Net neutrality has always been gray to me, not black or white. Wired points this out in a nice article making the rounds today.
The truth is, it may be a fruitless existential argument, like arguing whether or not you have the right to hamburger neutrality — the right to buy an industry standard hamburger (McDonalds?)
Net neutrality probably won’t ever exist because the “Internet” is made up of so many disparate networks and business regulations. There is no there there. Your bits go from your computer to the broadband across a last-mile connection to a central office, where they are then shuttled of to any number of intermediaries before arriving at the final destination.
There are too many variables and business relationships, and some businesses will always have more scale and money to cut out some of the middle-men and develop a more direct pipe. High-Frequency Trading, in which hedge funds engineer special trading networks to get millisecond latency advantages, has proven this. If you have enough money, you can build a network that delivers content as fast as possible.
The Wired article focuses on peering relationships, or private network deals in which large Internet content providers such as Google bypass the plain-vanilla Internet backbone by going to straight to last-mile providers such as Comcast and cutting direct arrangements for handing off traffic. Yes, there’s a reason Google is lightning fast: The company has billions of dollars and the means to engineer traffic.
Net neutrality may be hard to define because there are different dimensions to it, in technological, business, and regulatory senses. Maybe there’s a better way to understand the concept of net neutrality by breaking it down into different components, and see what’s happening with each one. Here are the key elements:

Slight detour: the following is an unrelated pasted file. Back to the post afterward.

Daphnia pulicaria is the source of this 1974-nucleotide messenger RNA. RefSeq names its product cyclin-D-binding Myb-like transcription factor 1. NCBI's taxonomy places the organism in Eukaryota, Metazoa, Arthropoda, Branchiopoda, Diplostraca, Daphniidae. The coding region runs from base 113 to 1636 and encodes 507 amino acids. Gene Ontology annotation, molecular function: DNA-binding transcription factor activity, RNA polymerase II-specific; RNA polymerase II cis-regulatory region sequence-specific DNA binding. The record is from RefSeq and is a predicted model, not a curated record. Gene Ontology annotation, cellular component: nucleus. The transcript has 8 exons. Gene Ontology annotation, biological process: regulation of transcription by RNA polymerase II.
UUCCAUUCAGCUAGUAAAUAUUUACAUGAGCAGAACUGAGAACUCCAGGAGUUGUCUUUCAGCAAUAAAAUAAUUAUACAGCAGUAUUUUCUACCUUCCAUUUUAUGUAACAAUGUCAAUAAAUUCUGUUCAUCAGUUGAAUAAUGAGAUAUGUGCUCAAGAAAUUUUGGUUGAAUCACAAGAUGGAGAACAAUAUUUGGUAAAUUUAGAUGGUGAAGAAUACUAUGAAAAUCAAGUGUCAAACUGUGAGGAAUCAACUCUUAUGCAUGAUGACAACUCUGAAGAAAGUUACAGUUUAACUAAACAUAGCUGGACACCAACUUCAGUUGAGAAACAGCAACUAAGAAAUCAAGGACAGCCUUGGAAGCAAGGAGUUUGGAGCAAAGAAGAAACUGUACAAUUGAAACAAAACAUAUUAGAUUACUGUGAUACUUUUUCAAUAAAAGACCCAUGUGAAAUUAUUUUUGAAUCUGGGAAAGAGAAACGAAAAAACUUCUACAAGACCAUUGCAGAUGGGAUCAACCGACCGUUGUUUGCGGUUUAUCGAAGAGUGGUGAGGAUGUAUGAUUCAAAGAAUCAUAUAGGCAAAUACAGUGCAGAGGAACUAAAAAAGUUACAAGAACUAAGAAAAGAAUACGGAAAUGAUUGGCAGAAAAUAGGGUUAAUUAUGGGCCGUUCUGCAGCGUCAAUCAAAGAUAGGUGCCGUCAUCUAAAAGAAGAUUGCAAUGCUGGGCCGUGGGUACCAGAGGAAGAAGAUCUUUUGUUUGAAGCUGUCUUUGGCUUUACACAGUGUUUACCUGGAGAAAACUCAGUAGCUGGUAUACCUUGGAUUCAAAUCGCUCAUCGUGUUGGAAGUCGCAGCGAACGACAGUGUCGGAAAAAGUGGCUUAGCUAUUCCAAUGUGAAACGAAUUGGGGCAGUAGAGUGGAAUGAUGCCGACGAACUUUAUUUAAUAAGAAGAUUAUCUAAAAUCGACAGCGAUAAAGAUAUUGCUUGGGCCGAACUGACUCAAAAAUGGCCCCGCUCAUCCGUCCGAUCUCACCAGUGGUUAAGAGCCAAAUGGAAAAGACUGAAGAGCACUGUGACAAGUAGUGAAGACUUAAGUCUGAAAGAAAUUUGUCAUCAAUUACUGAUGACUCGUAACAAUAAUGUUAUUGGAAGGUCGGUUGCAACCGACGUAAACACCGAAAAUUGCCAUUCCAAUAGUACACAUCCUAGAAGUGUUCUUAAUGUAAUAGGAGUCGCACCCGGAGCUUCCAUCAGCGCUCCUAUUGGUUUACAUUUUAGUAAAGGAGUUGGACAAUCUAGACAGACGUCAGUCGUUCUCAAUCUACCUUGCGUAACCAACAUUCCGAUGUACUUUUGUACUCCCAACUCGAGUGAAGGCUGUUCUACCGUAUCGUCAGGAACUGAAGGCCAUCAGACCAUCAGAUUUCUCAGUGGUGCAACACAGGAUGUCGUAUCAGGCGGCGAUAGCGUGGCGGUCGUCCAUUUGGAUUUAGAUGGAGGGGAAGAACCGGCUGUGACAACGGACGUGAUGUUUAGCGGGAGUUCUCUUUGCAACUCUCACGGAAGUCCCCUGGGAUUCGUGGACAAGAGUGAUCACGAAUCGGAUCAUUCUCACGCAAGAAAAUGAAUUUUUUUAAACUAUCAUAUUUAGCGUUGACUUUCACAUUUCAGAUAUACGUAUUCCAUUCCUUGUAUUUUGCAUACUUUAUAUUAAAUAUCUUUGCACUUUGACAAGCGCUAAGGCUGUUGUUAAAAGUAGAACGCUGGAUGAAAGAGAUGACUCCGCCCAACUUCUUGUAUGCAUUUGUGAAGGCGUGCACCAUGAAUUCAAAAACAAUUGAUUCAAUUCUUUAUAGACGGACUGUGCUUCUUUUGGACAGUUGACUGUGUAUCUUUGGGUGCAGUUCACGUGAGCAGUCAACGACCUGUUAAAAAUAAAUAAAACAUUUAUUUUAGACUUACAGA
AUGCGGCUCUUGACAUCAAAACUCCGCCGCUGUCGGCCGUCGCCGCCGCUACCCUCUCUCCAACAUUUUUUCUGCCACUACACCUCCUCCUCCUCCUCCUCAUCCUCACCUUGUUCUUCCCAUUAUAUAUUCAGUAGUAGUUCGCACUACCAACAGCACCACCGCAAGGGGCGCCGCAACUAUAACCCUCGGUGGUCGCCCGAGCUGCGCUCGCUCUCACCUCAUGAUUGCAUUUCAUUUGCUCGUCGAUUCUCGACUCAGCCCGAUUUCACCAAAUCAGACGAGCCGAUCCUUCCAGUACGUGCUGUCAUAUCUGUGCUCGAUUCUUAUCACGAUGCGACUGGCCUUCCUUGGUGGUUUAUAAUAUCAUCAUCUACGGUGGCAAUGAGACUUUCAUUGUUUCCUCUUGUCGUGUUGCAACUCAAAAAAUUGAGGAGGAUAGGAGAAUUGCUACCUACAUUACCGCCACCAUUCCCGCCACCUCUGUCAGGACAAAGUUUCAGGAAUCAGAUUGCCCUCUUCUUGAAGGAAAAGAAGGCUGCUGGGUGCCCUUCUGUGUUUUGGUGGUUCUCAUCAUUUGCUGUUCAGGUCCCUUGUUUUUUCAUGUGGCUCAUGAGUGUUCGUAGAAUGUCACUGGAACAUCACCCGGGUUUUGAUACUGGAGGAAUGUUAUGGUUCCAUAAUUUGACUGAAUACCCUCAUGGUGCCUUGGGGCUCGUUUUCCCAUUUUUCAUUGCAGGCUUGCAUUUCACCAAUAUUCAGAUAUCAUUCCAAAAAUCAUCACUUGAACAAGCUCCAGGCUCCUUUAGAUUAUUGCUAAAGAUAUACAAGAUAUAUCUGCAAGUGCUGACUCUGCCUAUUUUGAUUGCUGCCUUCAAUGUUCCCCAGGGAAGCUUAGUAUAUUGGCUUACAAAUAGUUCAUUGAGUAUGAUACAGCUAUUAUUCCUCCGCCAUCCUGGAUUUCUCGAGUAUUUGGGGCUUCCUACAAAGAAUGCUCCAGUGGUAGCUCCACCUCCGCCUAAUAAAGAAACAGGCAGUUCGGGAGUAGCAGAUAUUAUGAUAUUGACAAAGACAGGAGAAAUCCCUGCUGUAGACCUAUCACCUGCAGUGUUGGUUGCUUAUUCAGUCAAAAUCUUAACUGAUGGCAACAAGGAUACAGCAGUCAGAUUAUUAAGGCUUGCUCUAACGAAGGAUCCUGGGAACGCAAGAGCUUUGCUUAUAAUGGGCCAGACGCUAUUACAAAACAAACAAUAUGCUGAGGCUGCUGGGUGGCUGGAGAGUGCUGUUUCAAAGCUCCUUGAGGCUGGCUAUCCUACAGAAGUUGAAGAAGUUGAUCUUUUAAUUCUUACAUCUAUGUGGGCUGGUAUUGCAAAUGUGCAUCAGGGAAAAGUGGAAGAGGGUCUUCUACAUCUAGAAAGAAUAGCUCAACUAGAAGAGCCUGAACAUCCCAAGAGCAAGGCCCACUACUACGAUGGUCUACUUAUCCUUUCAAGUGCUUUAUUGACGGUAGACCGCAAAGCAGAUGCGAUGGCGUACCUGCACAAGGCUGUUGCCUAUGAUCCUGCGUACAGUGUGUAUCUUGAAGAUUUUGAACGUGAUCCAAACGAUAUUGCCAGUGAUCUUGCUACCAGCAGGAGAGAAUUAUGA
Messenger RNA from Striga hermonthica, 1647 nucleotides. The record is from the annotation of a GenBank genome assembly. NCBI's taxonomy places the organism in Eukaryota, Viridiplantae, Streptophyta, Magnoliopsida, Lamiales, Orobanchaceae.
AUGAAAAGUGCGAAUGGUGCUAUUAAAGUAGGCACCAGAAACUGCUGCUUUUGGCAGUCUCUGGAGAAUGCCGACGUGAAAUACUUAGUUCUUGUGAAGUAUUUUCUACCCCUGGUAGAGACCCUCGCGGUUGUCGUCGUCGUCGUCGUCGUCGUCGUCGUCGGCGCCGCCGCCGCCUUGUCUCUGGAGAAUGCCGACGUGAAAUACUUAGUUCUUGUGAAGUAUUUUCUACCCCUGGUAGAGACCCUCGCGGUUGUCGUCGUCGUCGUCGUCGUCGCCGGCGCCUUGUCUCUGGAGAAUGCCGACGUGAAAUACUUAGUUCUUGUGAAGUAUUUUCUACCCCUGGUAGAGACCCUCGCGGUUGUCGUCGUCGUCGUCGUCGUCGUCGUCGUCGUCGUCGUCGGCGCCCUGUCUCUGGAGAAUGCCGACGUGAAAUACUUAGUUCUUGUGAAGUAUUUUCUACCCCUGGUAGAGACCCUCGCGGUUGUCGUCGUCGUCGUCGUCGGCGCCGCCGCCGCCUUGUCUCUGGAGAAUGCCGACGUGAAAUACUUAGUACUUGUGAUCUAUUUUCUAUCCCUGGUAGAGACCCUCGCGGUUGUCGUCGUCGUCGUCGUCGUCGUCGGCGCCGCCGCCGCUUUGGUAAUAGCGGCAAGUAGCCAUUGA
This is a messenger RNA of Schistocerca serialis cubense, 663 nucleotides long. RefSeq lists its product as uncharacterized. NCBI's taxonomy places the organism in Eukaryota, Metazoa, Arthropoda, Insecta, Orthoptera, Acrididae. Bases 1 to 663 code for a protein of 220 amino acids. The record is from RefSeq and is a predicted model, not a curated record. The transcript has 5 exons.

Internet Peering: This is the aforementioned topic of the Wired article, in which larger companies pay for special arrangements to peer their traffic directly with last-mile providers to get to the consumers faster. There are also Content Delivery Network (CDN) services in which a content provider pays for various technological ways to speed up delivery. In my mind, this is a regular free-market operation in which a business is paying for a service that increases the value of its own service. It’s not realistic to believe that all commercial services should automatically get a “level playing field.” Why are some mobile phone providers better than others? Some services will always be better because the businesses choose to invest in quality — which means a better network.
Last-mile Monopolies: This is the greatest threat to the concept of net neutrality, in which you see these gigantic mergers between cable companies and telcos. What happens when you end up in a region where there is only one last-mile provider? The last mile pipe — from the telco central office to your home or business — is where there is the most control in the network. Now imagine that this monopoly becomes so strong that it prioritizes its own services. For example, Comcast decides to slow down Netflix delivery in favor of it’s own Video on Demand (VOD) services. This is an area that must be policed. But the question comes down to legal jurisdiction. At some point there has to be a “decider” that looks at grievances and decides what’s fair. It’s probably a Sherman Antitrust Act issue (U.S. Courts) more than an FCC issue.
FCC Classification of Broadband: The most recent development in the net neutrality arena is the FCC’s attempt to reclassify broadband Internet as a regulated telecom service. This would be a watershed legal development, designed to give the FCC more control over the Internet. In theory the FCC would then have more authority to police last-mile net neutrality issues.
To sum up, net neutrality does not currently exist and may not ever exist. In a legal sense, any semblance of true net neutrality was removed by the 2010 Comcast decision, when the Court of Appeals for the District of Columbia said the FCC could not stop Comcast from slowing down or interfering with traffic from Bit Torrent. That’s how we got where we are today.
The debate going forward looks like it may come down to some highly technical legal maneuverings around these various areas of Internet connectivity.